Manufacturing must keep workers’ welfare in mind
Sep 01 2014
If you ask any designer, big or small, he will tell you the biggest headache for them is not about thinking up new designs and ideas, but of manufacturing. This means running and maintaining a proper work unit. The existing labour laws make it tough for designers to run their units efficiently because of a variety of issues, so they prefer outsourcing their work rather than take the hassle of employing their own craftsmen. Sure, labour laws are in place to protect the interest of workers and craftsmen, and some designers do provide rather unfriendly work environments for their employees, reducing their factories to sweatshops. That, of course, should be checked, but then rules should not be so arbitrary as to discourage designers and fashion entrepreneurs from joining the industry.
For example, maintaining a register in a factory if the number of workers is more than 10 is a tough task as the attrition rate in our industry is very high. With the new reforms, this number will go up to 40, which will be a big relief. Any designer who starts his unit often begins with 5-8 workers, and 15-20 is the average number that they reach within a year. So with the figure going to 40, designers will be rid of the hassles of maintaining such a rota. Other good things that have been proposed are the increase in overtime limit for employees from 50 hours to 100 hours; relaxation on night work for women in factories and even amending the Child Labour and Minimum Wages Act.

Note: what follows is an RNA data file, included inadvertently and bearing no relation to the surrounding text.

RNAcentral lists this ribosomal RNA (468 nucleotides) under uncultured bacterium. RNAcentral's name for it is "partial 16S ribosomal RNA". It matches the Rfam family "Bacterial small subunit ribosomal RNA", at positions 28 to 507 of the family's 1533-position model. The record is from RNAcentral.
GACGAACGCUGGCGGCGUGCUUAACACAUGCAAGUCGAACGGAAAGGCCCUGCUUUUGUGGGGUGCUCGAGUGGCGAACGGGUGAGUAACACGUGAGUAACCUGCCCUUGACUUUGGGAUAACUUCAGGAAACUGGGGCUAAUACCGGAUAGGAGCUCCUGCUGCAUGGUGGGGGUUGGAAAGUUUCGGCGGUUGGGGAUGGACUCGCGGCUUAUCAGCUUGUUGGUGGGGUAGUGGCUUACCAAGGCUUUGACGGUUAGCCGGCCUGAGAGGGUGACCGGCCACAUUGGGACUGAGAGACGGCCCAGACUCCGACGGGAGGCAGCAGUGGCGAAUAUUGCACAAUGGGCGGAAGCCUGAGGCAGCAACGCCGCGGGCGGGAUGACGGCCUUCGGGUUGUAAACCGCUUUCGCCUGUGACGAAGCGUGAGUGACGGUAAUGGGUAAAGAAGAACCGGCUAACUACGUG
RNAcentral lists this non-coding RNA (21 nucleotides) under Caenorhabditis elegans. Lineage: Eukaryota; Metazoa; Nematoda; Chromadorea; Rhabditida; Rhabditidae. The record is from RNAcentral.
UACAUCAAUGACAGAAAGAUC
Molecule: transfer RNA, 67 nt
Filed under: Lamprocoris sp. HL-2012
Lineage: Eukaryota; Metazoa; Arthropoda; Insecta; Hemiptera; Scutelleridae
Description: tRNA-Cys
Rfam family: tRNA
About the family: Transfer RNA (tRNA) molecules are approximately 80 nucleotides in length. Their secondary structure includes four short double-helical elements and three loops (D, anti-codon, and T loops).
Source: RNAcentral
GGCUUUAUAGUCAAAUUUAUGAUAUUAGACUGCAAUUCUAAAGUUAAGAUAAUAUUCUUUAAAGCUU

According to researches on global manufacturing, with its pool of skilled talent, India is a key country in the sector. We, therefore, have a lot of potential to grow and if we integrate our marketing and manage financial resources with investments, then we will see a lot of brands developing from India. Already, there are some designer brands which have got international funding and are making their presence in global retail.
Every small step matters as it leads to the big picture. Being in this industry for more than a decade now, I can tell you that manufacturing is the most vital element for making a brand. Let us hope for some more balanced steps wherein manufacturing is encouraged without compromising on workers’ welfare.
(The writer is a Delhi-based fashion designer)